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My Best Friend
I dropped the shovel and ran to the house. Through the back door, up the stairs, into my room I flew. I fell down on my bed, practically blinded by my tears. My brain was in a fog. I couldn’t believe it.
All I wanted was to sit in my room and cry. But at the same time, I didn’t. I felt like a prisoner in my room. I wanted to lie on the ground beside Lilly’s grave. I wanted my tears to flow all over the dirt and create a huge mud puddle that swallowed me up. I wanted to dig down into the earth and pull up my best friend, and hug her cold body one last time.
But it was too late for that. Lilly was going to be under the ground, right in that spot, forever. And there was no way I could bring her back.
The worst part of all was it was my fault.
Lilly was seventeen years old, quite old for a dog. She was older than me. She had been sick for a few months. The vet gave us medicine to give her orally every eight hours. I was supposed to give her the medicine at 4pm. At 5 I realized I’d forgotten Lilly’s medicine. I ran to her bed. She was there, as usual. I got out the dropper and tried to give her medicine. Her lips wouldn’t open. I poked her eye. No flinch. I shook her. Nothing.
At first, I was just thinking to myself, “Oh. Lilly’s dead.” Then it sunk in. And I collapsed on the floor, sobbing into her fur. Then I was mad. I stood up and started screaming at Lilly to wake up. For once in her life, she didn’t obey my commands.
Lilly’s death was my fault. I was firmly convinced that if I had given her medicine at 4, she would still be alive.
I knew it wasn’t true. She was sickly. She was dying anyway. The medicine might have kept her alive for a couple more minutes. That’s all.
But I thought sickness was terribly unfair, so I had to blame it on someone. I seemed like the best candidate.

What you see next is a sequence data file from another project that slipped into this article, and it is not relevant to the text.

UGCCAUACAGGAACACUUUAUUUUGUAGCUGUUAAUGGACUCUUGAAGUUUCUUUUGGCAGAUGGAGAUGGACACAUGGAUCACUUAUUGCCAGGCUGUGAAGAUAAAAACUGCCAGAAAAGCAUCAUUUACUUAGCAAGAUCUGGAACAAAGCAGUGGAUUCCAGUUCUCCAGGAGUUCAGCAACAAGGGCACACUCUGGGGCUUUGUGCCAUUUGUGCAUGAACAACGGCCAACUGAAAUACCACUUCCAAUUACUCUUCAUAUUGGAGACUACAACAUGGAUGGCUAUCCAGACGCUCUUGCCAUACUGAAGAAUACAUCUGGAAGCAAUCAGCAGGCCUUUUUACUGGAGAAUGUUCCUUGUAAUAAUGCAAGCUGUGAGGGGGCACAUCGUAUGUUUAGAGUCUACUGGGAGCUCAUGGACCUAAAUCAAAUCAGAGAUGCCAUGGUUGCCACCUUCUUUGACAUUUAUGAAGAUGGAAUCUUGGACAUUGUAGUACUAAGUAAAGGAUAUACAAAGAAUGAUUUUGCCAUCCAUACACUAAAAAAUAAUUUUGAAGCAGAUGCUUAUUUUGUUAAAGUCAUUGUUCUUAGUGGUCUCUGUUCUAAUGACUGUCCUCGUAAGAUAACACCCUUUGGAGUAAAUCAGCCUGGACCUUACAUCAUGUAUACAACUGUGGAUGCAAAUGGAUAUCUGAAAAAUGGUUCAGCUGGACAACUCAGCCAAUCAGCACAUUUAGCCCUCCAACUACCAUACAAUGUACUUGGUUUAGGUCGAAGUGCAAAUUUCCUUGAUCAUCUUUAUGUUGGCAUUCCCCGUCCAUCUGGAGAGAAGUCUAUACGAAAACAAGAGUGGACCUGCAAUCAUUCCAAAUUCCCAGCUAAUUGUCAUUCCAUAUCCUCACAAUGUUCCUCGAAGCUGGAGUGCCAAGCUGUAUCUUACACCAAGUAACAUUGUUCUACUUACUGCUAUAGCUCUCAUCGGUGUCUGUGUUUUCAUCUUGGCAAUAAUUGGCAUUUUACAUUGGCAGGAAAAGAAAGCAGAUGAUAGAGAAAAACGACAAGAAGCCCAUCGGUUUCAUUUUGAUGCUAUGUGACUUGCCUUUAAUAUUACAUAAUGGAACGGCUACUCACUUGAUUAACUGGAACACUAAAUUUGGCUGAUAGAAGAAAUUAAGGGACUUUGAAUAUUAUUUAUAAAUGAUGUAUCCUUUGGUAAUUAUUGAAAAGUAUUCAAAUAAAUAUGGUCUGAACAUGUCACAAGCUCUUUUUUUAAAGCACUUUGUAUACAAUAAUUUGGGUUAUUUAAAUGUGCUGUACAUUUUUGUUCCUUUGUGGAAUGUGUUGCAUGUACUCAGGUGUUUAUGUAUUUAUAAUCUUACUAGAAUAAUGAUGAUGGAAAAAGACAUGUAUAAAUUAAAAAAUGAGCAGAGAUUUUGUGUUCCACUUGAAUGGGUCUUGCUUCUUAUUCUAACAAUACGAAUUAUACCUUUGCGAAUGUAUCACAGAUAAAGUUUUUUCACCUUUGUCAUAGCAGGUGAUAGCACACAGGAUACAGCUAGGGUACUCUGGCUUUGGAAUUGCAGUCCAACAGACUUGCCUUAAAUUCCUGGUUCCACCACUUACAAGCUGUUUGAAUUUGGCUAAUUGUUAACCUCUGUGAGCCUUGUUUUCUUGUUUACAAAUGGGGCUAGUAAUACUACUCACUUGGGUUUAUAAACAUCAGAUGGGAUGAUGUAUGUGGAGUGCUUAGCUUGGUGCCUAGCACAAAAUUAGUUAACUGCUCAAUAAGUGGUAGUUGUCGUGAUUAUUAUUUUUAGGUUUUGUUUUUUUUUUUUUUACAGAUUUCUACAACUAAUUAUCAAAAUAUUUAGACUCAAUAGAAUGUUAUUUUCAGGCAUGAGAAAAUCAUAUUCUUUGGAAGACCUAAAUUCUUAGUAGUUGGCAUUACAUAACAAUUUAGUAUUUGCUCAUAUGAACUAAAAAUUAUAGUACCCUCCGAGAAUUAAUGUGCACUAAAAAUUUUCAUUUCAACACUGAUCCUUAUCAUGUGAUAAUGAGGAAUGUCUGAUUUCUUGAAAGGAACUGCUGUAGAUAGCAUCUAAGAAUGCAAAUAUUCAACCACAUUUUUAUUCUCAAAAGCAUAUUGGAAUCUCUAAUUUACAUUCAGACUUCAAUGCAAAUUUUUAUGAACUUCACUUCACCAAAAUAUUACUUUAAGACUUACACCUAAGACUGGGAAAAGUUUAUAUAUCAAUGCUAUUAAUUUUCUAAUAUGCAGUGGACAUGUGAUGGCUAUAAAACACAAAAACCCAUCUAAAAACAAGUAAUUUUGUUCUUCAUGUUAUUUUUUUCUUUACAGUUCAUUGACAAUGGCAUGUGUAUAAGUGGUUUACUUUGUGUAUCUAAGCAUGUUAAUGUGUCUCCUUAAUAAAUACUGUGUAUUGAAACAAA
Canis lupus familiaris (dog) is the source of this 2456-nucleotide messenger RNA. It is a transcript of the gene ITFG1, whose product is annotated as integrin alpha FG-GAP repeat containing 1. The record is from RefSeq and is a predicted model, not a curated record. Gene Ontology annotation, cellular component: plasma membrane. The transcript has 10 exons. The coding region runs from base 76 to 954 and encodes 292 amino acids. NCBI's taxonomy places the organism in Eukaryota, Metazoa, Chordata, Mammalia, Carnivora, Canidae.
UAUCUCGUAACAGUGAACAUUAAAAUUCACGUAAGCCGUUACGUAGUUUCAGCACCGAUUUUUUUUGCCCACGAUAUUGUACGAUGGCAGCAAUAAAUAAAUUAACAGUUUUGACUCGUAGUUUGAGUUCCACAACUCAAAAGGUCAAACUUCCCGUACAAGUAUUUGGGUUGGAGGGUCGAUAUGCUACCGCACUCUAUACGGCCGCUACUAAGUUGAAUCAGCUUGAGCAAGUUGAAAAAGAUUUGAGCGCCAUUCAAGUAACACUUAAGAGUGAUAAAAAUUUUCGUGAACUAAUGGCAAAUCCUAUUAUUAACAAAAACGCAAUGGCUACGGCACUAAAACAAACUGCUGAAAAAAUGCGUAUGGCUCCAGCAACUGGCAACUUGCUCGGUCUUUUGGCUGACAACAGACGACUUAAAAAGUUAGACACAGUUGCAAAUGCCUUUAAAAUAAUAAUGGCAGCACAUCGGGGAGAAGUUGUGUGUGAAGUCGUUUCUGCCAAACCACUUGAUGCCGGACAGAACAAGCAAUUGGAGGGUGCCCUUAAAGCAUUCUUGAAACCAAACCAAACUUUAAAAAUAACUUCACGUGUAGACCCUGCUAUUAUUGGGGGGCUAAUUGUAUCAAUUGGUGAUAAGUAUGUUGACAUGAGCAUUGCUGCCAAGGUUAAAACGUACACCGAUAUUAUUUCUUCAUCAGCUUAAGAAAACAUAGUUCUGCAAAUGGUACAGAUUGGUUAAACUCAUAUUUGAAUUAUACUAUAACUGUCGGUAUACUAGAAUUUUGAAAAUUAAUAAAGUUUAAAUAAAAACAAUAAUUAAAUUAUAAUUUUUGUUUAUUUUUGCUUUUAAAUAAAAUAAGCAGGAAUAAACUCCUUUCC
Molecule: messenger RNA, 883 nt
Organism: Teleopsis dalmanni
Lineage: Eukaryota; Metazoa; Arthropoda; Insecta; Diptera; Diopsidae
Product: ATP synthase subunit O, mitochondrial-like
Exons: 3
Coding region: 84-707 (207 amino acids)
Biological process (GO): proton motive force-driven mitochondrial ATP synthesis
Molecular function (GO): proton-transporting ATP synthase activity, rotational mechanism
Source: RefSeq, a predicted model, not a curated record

I cried myself to sleep that night. My pillow was soaked. My shirt sleeves were soaked. I could not fathom the fact that my best friend was gone. It wasn’t happening.
But I woke up in the morning, and I was not having a bad dream. Lilly was indeed a cold, stiff lump on the floor.
So here I was, sobbing on my bed right after the burial. I had kept delaying putting my dog in the ground. I kept hugging her one last time. I wanted to say goodbye, but I couldn’t speak. I was crying too hard.
Again, my pillow was soaked. I stood up and grabbed a few tissues. I blew my nose atleast ten times. My eyes were red and puffy. Mom knocked on the door.
“Jackie, can I come in?” she asked.
Mom came in and sat on the bed next to me. I began sobbing once again. Mom hugged me tight.
“Don’t tell me it’s gonna be okay,” I told Mom, “Cause it’s not.”
“Don’t worry, I won’t.” Mom stroked my hair soothingly. “You can be sad for as long as you want.”
“I’ll never get another dog as great as Lilly,” I said. “She was my best friend. You can’t replace a best friend.”
Mom said nothing. She just hugged me. And I cried. And then Mom cried. And then Dad came in. And then he cried. We were a mess.
One month later, Mom and Dad took me to the animal shelter. Contrary to my belief, I was okay. I still was very sad thinking about Lilly. But I was okay. I would live.
We went into the shelter and looked at the dogs. A golden retriever came right up to the edge of her pen and said hello to us. I rubbed her head, then her back. Our eyes met. The dog looked so happy to see me. She looked like she loved me. I had to get her.
We got that golden retriever. I named her Rose. She was a wonderful dog. Almost as wonderful as Lilly. You may not be able to replace a best friend, but I’d say Rose came pretty close.